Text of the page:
It’s a situation all of us have likely found ourselves in at some point in time. You’ve come across an intriguing article and want to share it but are doubtful anyone may actually read it, especially if the story is a longer one.
With Highly, users can highlight and share the main points of a story, allowing others to quickly grasp the context and essential components of an article. The free tool is available as an extension on Chrome and Safari and as an app for the iPhone and iPad.
“Highly is purpose-built for sharing the important parts of any story—for passing along that feeling you got when you read the passage,” said Andrew Courter, Highly co-founder. “Highlighting gets people on the same page, fast.”
The online highlighter has a social aspect to it as well. After creating an account, users can share highlights with their friends on Highly and other social networks such as Facebook and Twitter. There is no limit to the number of public highlights a user can post.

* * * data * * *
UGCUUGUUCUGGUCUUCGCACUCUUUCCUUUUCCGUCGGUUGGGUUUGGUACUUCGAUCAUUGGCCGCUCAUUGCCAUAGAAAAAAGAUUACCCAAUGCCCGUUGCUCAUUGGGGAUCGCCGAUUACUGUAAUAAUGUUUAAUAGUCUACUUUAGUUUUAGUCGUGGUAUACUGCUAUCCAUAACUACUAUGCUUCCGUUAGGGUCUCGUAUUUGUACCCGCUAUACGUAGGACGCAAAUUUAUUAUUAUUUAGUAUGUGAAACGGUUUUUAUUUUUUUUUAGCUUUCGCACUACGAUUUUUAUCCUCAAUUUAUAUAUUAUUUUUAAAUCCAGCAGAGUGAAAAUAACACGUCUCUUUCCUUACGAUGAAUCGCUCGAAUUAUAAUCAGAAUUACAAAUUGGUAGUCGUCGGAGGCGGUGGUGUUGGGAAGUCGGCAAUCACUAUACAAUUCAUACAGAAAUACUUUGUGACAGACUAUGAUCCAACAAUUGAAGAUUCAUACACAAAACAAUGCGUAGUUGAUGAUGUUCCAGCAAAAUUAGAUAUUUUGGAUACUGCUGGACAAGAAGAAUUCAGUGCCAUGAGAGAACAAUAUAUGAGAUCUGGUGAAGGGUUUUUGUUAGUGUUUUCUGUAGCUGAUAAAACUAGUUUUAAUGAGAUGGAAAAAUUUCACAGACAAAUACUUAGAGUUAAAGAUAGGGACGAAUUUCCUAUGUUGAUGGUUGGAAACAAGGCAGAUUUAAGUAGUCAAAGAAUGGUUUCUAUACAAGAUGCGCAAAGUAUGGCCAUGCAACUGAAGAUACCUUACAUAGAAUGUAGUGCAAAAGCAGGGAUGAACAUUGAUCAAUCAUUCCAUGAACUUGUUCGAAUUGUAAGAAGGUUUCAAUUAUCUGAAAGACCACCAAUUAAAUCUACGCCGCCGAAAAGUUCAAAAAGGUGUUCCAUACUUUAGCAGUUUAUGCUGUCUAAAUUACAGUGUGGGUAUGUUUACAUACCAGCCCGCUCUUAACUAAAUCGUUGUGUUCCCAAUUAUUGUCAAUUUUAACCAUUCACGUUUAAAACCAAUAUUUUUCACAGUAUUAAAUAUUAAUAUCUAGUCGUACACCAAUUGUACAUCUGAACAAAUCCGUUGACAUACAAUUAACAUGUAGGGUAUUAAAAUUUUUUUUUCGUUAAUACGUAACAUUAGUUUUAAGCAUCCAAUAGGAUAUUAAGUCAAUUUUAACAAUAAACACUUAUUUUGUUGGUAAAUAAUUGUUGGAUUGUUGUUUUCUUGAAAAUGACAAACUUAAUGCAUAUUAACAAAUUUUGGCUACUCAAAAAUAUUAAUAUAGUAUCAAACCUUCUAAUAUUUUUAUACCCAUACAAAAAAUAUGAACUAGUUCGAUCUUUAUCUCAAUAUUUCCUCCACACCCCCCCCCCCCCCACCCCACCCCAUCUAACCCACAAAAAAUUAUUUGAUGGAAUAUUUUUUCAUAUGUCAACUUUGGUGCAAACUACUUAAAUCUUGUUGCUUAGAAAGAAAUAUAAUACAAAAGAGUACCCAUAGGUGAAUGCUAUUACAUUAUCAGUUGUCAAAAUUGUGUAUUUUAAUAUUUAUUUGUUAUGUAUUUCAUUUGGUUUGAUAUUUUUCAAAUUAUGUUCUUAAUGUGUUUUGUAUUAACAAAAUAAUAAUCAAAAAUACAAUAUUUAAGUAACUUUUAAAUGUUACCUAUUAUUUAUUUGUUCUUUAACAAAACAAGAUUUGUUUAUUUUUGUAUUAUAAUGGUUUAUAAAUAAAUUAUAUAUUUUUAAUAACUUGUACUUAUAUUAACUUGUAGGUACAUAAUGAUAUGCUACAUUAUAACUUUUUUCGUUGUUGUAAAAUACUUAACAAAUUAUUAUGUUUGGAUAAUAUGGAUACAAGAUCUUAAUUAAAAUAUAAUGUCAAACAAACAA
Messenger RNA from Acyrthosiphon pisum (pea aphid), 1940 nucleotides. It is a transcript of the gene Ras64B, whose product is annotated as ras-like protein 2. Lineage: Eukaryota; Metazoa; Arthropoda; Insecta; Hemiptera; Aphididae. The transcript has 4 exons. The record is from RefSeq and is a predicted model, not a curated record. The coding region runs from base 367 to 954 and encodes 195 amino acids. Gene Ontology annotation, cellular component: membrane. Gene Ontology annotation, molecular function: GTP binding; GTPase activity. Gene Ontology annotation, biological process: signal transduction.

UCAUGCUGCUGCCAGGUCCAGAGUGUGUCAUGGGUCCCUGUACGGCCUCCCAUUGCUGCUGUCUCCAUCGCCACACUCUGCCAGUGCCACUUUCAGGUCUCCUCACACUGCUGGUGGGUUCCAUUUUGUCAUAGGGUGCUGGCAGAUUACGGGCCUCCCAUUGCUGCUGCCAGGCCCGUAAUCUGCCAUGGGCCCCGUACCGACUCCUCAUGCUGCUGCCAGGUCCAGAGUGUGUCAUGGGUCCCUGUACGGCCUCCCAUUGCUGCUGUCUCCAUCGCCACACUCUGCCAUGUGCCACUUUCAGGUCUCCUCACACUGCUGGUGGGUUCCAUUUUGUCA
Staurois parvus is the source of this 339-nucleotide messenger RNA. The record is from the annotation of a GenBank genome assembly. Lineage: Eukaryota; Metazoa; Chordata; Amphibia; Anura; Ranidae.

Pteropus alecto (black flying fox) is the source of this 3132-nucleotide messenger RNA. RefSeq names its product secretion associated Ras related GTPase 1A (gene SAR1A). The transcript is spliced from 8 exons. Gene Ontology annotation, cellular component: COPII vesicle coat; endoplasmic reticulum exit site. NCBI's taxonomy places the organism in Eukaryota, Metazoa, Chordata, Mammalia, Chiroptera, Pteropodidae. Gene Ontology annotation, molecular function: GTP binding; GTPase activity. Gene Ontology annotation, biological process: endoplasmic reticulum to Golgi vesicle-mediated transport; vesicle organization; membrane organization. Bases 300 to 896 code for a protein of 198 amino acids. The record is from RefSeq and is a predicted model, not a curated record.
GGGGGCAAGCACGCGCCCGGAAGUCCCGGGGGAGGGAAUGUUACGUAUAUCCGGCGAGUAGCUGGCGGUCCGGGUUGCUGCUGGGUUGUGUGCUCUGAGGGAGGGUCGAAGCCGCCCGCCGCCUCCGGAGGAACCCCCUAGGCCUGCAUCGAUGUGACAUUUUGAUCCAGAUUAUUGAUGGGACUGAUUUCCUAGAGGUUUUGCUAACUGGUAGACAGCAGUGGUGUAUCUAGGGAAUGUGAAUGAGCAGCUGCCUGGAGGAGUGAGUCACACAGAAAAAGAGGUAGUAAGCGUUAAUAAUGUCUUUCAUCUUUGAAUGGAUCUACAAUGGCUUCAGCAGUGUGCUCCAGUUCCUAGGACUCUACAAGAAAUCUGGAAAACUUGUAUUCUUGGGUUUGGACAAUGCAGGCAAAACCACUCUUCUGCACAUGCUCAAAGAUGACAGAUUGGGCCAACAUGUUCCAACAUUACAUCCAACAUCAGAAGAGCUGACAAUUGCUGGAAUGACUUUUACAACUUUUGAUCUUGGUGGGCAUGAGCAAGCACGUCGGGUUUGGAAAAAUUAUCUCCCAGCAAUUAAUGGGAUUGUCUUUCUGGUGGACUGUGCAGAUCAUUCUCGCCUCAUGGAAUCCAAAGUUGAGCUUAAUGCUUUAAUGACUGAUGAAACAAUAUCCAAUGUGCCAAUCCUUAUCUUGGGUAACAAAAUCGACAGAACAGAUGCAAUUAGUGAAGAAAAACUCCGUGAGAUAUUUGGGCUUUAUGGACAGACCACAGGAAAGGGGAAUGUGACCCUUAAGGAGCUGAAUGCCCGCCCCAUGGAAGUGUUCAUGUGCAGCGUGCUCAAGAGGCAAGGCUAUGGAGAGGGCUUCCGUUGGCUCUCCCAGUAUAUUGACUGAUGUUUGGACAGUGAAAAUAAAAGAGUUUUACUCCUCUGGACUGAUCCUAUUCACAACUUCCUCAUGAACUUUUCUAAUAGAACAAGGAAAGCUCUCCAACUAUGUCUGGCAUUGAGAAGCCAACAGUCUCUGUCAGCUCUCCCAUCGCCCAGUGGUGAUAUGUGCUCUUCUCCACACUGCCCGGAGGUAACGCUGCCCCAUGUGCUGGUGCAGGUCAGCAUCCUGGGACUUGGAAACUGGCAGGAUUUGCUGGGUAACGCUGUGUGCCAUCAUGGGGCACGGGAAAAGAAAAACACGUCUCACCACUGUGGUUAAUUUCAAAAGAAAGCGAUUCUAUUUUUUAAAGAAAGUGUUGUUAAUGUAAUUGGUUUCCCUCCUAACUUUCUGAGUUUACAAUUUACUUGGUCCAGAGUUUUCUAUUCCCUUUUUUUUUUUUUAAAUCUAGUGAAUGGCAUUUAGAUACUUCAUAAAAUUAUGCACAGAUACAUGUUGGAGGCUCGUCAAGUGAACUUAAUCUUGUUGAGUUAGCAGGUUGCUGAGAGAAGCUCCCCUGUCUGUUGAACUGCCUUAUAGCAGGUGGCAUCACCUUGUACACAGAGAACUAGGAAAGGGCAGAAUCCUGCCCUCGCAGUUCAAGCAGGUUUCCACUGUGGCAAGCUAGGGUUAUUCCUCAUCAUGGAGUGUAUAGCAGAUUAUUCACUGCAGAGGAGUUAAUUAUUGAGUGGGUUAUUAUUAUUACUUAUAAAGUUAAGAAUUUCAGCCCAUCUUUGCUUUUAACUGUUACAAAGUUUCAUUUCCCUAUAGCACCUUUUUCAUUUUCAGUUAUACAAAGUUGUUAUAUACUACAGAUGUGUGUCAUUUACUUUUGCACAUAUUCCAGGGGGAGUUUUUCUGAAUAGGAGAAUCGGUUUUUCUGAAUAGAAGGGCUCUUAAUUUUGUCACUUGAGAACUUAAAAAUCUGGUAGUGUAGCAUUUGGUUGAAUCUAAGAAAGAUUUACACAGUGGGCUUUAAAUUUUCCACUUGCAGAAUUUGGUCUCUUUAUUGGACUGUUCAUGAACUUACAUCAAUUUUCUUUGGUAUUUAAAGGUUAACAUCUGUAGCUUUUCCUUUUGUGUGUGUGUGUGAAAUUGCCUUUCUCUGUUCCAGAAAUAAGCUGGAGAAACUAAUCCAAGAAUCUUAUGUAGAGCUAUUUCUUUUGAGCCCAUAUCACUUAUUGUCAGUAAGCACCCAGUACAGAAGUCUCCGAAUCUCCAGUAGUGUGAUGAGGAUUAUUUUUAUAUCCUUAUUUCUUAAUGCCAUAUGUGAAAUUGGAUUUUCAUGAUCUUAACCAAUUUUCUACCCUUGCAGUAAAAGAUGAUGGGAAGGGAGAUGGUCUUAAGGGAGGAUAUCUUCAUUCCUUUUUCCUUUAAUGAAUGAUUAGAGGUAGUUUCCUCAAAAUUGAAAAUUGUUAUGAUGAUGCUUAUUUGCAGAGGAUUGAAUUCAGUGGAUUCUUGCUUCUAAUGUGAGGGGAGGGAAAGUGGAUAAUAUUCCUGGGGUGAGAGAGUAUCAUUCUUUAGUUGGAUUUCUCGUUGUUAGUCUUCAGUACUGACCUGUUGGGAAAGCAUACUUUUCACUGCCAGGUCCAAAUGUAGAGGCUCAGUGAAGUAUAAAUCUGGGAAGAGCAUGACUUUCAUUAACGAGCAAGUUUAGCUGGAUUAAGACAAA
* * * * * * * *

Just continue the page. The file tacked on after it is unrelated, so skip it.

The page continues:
“People have been very gracious, sharing kind words and offering lots of ideas for us to pursue,” Courter said. “When they find us—a company focused on sharable web highlights and building a consumer-grade app—they’re quite vocal about what they want. We love to listen and learn.”
According to Courter, the tool has strengthened the relationship between the reader and the writer, as Highly users regularly tweet their highlights and mention the story’s author in their posts. Even some of the authors themselves, Courter said, have informed him of the value that comes with uncovering the most engaging portions of a story they wrote.
“It’s funny to think that these brilliant writers have gone most of their careers without really knowing which lines or ideas have struck a chord with readers—now they can see it plainly, and they’re giddy,” Courter said. “The same goes for newsrooms and editorial teams alike. Imagine the stories they’ll tell now that they have this feedback loop.”
This year, the company will be working with a cross-section of publishers to experiment with ways to bring the tool to their readers.
“A number of high-end publishers—the Atlantic and New York Times come to mind—have shipped then shelved their own highlighter platforms,” Courter said. “Readers won’t ever make a habit of highlighting if they can’t use it across properties, and we are 100 percent focused on helping readers share the parts they love.”
For more information, visit highly.co.